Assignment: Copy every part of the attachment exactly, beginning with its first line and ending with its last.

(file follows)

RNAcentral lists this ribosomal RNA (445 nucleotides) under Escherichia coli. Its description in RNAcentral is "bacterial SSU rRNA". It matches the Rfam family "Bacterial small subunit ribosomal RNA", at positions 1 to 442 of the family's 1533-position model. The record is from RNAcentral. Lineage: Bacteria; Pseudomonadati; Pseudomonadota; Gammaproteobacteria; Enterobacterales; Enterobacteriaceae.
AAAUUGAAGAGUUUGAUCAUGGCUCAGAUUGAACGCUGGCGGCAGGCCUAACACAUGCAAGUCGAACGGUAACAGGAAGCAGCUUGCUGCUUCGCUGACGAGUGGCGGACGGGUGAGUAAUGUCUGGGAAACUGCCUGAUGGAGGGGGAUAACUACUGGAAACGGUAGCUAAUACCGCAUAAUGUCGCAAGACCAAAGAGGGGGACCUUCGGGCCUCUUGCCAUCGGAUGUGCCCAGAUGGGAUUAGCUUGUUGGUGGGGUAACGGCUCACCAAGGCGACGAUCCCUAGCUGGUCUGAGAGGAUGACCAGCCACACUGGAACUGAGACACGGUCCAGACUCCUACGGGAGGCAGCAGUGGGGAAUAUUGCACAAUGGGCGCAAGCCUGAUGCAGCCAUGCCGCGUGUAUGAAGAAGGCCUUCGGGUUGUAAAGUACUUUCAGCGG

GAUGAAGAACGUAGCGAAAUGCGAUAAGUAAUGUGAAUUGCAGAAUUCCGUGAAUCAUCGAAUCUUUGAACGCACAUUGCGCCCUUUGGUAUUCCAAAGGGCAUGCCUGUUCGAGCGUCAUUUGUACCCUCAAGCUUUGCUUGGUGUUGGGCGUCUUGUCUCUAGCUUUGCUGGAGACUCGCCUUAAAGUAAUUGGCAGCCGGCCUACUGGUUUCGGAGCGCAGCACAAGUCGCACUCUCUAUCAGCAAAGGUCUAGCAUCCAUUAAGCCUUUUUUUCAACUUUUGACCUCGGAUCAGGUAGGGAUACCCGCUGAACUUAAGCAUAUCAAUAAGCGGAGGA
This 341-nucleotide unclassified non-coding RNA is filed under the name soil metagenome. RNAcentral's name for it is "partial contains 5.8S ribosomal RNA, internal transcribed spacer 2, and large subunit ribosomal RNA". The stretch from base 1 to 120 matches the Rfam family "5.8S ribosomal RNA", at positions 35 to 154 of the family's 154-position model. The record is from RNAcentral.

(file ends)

RNAcentral lists this ribosomal RNA (445 nucleotides) under Escherichia coli. Its description in RNAcentral is "bacterial SSU rRNA". It matches the Rfam family "Bacterial small subunit ribosomal RNA", at positions 1 to 442 of the family's 1533-position model. The record is from RNAcentral. Lineage: Bacteria; Pseudomonadati; Pseudomonadota; Gammaproteobacteria; Enterobacterales; Enterobacteriaceae.
AAAUUGAAGAGUUUGAUCAUGGCUCAGAUUGAACGCUGGCGGCAGGCCUAACACAUGCAAGUCGAACGGUAACAGGAAGCAGCUUGCUGCUUCGCUGACGAGUGGCGGACGGGUGAGUAAUGUCUGGGAAACUGCCUGAUGGAGGGGGAUAACUACUGGAAACGGUAGCUAAUACCGCAUAAUGUCGCAAGACCAAAGAGGGGGACCUUCGGGCCUCUUGCCAUCGGAUGUGCCCAGAUGGGAUUAGCUUGUUGGUGGGGUAACGGCUCACCAAGGCGACGAUCCCUAGCUGGUCUGAGAGGAUGACCAGCCACACUGGAACUGAGACACGGUCCAGACUCCUACGGGAGGCAGCAGUGGGGAAUAUUGCACAAUGGGCGCAAGCCUGAUGCAGCCAUGCCGCGUGUAUGAAGAAGGCCUUCGGGUUGUAAAGUACUUUCAGCGG

GAUGAAGAACGUAGCGAAAUGCGAUAAGUAAUGUGAAUUGCAGAAUUCCGUGAAUCAUCGAAUCUUUGAACGCACAUUGCGCCCUUUGGUAUUCCAAAGGGCAUGCCUGUUCGAGCGUCAUUUGUACCCUCAAGCUUUGCUUGGUGUUGGGCGUCUUGUCUCUAGCUUUGCUGGAGACUCGCCUUAAAGUAAUUGGCAGCCGGCCUACUGGUUUCGGAGCGCAGCACAAGUCGCACUCUCUAUCAGCAAAGGUCUAGCAUCCAUUAAGCCUUUUUUUCAACUUUUGACCUCGGAUCAGGUAGGGAUACCCGCUGAACUUAAGCAUAUCAAUAAGCGGAGGA
This 341-nucleotide unclassified non-coding RNA is filed under the name soil metagenome. RNAcentral's name for it is "partial contains 5.8S ribosomal RNA, internal transcribed spacer 2, and large subunit ribosomal RNA". The stretch from base 1 to 120 matches the Rfam family "5.8S ribosomal RNA", at positions 35 to 154 of the family's 154-position model. The record is from RNAcentral.